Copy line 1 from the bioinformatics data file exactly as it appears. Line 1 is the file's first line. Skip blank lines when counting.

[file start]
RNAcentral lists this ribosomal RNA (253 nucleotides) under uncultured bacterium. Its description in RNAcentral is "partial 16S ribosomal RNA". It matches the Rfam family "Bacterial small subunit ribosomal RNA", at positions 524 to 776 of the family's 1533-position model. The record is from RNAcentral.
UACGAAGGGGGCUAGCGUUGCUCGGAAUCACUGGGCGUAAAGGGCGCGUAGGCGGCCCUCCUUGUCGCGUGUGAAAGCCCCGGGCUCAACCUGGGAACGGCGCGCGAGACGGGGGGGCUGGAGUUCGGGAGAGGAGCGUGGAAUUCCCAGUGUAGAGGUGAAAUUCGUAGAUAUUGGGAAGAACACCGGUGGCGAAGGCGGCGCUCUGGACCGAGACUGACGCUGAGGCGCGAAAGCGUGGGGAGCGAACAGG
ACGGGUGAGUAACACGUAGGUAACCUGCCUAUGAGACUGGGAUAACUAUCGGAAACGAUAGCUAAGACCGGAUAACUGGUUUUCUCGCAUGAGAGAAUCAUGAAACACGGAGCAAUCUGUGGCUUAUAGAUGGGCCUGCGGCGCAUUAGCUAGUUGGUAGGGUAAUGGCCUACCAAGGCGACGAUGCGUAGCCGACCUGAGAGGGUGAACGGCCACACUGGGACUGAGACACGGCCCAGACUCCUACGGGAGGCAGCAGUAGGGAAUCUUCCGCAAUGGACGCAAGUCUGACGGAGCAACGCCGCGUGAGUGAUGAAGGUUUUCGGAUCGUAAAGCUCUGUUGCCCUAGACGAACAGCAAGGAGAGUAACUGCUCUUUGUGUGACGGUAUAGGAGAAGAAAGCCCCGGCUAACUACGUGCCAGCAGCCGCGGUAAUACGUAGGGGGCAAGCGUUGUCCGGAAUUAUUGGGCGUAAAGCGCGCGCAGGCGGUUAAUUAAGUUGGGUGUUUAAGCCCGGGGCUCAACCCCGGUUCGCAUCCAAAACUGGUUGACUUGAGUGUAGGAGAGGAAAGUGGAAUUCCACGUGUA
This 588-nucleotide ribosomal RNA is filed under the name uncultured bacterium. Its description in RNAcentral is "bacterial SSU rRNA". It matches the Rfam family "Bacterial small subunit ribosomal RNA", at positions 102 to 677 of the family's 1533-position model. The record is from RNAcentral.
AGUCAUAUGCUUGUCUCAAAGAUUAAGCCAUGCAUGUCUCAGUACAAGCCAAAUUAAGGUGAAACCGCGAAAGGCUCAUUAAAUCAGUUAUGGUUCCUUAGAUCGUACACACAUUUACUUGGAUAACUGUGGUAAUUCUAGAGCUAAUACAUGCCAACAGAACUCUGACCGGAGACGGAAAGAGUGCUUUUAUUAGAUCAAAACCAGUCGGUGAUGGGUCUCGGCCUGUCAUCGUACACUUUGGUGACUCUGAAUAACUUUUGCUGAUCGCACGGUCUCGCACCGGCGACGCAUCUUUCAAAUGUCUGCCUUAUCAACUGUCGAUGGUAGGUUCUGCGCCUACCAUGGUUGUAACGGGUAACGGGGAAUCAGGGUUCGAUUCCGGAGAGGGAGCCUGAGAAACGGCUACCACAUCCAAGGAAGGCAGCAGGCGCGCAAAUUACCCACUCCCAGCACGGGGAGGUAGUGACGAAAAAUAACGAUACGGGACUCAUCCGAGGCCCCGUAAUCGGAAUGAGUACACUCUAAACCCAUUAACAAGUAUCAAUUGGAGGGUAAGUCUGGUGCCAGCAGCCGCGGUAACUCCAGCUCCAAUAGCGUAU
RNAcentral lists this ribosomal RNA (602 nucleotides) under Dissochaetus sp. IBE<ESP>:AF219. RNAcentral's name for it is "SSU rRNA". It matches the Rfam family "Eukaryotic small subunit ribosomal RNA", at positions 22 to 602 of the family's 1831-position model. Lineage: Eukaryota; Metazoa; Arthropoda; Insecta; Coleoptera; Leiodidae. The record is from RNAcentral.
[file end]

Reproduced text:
RNAcentral lists this ribosomal RNA (253 nucleotides) under uncultured bacterium. Its description in RNAcentral is "partial 16S ribosomal RNA". It matches the Rfam family "Bacterial small subunit ribosomal RNA", at positions 524 to 776 of the family's 1533-position model. The record is from RNAcentral.